Strings and connection points affect volume, partials and sustain greatly, but not so much the overall tone (at least, as long as you're not comparing strings with two completely different vibrational properties, like nylon vs. steel and wound vs. unwound or roundwound vs. flatwound.) I use the exact same set of D'Addario medium strings on my old beater Epiphone and my beautiful tobacco sunburst Simon & Patrick dreadnaught, but both guitars have a *completely* different tone from each other, owing to their different construction.

A lot of this can be found right in the "part 6" pdf on the acoustics page you linked to above (http://www.speech.kth.se/music/acviguit4/). (See in particular where it talks about how important the back and neck of the guitar can be to the resonances that shape the tone.)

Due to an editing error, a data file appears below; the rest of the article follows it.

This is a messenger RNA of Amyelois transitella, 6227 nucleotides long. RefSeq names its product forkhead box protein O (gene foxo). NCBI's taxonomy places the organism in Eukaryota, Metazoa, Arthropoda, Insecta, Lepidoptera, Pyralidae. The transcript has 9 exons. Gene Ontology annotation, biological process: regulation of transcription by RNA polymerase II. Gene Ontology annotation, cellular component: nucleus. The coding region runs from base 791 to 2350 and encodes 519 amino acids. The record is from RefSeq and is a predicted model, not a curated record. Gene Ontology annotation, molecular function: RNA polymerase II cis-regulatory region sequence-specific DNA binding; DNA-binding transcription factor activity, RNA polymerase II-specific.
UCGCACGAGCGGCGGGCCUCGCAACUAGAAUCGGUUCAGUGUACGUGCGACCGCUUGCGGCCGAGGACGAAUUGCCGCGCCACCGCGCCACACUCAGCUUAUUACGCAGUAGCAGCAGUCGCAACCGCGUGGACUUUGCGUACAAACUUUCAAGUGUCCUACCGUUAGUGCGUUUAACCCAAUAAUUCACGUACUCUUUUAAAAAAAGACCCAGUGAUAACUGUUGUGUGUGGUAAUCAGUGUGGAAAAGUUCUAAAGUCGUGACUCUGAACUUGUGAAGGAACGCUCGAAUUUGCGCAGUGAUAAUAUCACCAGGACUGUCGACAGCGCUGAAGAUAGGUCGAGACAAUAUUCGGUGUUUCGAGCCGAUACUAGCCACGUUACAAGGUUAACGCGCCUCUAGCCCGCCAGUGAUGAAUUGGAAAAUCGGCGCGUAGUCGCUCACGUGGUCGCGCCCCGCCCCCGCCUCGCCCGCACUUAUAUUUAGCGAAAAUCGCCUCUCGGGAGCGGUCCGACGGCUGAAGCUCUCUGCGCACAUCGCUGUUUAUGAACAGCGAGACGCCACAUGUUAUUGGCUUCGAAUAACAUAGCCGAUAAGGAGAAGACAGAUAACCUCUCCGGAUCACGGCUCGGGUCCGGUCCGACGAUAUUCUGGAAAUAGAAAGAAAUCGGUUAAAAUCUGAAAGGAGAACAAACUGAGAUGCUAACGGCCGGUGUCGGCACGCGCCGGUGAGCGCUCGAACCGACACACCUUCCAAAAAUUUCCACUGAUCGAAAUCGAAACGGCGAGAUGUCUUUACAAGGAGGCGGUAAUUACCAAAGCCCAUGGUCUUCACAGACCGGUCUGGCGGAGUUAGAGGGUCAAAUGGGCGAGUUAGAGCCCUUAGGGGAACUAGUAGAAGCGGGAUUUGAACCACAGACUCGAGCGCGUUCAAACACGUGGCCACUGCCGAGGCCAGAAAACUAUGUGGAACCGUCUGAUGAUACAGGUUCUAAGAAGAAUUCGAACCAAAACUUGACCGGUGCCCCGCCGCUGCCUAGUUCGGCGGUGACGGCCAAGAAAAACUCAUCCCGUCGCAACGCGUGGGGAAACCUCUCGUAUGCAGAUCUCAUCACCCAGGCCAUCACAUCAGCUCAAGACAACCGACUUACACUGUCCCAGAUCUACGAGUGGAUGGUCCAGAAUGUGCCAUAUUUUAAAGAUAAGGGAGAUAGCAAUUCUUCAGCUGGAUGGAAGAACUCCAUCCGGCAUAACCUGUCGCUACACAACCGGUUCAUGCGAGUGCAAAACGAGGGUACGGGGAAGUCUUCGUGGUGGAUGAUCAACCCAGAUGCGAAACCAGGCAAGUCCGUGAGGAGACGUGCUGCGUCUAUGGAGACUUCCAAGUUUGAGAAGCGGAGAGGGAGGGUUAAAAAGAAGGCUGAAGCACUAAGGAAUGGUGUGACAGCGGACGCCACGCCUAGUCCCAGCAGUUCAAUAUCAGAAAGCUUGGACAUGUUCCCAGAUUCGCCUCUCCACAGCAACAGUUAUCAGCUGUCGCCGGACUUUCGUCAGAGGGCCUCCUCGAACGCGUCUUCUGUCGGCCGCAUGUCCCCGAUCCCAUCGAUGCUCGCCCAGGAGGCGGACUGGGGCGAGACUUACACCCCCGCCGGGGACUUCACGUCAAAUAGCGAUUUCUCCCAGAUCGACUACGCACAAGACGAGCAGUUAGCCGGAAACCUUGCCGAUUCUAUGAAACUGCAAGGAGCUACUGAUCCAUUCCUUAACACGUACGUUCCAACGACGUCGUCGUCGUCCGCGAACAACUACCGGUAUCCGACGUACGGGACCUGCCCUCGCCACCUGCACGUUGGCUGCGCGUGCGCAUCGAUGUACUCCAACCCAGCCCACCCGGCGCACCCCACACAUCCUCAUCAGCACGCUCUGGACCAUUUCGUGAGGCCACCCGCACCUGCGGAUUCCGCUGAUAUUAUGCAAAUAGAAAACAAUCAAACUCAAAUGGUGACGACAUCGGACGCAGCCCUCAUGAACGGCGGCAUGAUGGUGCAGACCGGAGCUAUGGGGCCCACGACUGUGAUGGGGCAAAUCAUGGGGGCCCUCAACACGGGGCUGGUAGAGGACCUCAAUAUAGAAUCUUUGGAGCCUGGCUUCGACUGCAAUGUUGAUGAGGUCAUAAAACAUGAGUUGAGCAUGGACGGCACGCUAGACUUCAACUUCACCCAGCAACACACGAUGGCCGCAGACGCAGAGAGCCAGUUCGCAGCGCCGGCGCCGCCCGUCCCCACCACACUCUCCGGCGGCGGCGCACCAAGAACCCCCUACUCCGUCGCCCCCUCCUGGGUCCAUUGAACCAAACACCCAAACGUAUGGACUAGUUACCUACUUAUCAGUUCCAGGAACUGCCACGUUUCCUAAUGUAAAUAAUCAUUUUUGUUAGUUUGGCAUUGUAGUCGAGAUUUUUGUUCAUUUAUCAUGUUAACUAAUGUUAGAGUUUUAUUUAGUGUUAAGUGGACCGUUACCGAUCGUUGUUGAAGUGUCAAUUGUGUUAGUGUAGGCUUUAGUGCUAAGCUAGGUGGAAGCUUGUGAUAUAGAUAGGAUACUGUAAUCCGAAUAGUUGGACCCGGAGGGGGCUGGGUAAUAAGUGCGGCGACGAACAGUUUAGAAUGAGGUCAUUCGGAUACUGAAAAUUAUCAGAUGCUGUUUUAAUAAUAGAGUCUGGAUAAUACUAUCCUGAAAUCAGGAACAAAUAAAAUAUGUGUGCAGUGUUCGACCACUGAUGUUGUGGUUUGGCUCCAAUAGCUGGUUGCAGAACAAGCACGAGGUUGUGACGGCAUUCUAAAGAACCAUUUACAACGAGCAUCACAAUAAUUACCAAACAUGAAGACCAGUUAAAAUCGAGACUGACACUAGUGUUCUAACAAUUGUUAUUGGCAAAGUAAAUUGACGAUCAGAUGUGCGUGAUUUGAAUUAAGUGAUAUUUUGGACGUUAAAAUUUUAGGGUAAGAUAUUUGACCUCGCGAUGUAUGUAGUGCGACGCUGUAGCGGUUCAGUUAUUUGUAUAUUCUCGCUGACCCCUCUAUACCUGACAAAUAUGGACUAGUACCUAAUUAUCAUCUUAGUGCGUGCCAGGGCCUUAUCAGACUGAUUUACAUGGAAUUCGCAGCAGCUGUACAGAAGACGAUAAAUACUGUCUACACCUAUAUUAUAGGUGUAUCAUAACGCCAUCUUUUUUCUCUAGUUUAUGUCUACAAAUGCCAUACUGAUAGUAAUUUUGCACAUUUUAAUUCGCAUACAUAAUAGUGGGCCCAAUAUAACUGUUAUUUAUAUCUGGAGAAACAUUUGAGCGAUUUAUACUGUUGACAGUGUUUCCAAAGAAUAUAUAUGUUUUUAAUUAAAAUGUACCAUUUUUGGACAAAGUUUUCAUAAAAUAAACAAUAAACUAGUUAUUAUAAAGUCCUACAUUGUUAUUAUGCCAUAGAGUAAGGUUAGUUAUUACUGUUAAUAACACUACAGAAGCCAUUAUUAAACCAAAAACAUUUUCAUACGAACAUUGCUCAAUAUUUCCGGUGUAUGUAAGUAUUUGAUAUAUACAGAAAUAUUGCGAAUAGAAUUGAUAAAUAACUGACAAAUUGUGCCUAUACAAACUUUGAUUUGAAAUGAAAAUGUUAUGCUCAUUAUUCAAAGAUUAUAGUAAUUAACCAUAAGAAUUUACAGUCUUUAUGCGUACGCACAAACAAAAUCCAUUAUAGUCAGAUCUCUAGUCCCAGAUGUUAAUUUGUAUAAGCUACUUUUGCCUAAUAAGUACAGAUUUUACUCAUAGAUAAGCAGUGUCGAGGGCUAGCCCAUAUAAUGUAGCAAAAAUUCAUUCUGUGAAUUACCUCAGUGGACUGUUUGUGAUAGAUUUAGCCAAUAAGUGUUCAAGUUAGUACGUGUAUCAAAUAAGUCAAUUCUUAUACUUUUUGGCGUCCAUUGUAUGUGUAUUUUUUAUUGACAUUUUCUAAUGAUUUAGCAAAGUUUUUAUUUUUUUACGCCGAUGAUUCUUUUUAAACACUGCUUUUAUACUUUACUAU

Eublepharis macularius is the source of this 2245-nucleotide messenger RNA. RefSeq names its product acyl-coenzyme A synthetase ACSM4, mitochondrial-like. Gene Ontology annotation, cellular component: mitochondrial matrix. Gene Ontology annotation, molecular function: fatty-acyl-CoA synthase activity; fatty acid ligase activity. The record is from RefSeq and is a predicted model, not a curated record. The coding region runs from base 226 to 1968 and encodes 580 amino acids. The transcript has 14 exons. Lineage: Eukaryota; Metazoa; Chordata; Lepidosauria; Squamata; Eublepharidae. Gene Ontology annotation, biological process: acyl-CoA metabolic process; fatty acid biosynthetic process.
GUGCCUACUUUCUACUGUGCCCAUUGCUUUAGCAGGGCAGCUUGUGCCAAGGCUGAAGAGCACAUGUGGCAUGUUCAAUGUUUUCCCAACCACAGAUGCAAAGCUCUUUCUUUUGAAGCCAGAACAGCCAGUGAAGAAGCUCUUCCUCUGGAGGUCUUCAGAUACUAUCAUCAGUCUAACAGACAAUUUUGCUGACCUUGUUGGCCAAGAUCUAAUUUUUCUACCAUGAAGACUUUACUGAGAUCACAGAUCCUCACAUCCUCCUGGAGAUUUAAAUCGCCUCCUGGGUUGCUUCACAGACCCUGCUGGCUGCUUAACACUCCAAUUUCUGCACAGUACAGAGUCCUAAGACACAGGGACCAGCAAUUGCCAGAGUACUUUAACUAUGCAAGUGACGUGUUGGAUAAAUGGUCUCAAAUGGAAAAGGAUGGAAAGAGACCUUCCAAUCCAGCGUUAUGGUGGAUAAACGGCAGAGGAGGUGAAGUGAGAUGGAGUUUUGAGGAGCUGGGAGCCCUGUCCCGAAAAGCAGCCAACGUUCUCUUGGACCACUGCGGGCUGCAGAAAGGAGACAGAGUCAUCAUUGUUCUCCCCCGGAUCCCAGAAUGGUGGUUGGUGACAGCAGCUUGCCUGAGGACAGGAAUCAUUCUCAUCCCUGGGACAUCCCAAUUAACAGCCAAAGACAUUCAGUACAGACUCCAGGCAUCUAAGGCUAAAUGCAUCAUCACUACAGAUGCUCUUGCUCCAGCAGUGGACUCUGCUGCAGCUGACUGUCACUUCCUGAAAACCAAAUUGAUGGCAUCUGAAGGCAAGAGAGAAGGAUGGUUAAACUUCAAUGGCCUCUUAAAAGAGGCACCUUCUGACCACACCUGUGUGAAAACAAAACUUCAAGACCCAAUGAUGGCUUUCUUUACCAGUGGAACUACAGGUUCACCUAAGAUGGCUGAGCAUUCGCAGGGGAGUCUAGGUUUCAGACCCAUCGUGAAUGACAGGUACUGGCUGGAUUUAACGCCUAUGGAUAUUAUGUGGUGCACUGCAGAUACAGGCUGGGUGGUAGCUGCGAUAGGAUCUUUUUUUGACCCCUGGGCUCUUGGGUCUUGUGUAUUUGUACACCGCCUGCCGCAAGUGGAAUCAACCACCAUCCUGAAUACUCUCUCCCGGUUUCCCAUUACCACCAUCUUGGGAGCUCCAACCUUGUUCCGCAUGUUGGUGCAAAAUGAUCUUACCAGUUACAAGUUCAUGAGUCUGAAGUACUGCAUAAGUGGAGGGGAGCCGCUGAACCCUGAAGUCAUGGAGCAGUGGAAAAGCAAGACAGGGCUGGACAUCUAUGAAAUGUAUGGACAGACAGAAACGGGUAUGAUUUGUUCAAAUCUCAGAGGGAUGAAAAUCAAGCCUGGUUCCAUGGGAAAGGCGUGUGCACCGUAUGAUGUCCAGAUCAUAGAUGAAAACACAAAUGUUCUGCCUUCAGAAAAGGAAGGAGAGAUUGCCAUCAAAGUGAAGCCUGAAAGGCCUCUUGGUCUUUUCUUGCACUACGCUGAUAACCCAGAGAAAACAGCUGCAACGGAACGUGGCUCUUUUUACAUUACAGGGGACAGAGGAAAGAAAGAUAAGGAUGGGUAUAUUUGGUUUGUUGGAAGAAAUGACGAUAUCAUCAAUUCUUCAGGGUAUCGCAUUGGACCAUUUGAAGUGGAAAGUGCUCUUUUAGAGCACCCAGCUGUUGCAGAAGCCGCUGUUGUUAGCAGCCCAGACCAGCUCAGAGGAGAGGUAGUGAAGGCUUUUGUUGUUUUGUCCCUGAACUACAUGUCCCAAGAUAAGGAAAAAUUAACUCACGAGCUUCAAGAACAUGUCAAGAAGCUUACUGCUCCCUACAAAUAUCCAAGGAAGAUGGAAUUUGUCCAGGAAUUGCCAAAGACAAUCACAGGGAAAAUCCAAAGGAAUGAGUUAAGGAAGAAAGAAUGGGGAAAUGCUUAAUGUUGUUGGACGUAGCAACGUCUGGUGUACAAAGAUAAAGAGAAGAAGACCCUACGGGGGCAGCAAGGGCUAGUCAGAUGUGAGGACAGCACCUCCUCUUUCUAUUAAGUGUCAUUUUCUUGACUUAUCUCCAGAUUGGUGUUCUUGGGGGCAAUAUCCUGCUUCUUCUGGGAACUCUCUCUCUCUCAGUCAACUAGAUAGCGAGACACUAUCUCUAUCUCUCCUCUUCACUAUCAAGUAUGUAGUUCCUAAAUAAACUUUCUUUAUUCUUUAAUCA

Generally speaking, the smaller "bulb" of the guitar's body (near the neck) produces a high-frequenecy resonant peak, and the bigger bulb produces a lower peak. Together these produce a full sound. (This is why you rarely see "teardrop" shaped guitars, like an "A-style" mandolin.) Change the volume of one part of the cavity and you change the mass of the air that occupies the body, which shifts the resonant peaks and changes the tone. Ditto for removing mass or changing the shape of the front or back. Even the mass of the guitar's neck makes a difference. (See the PDF again. Or, if you want to try an expensive experiment sometime, stick a Stratocaster neck on a vintage Les Paul and see what it comes out sounding like.)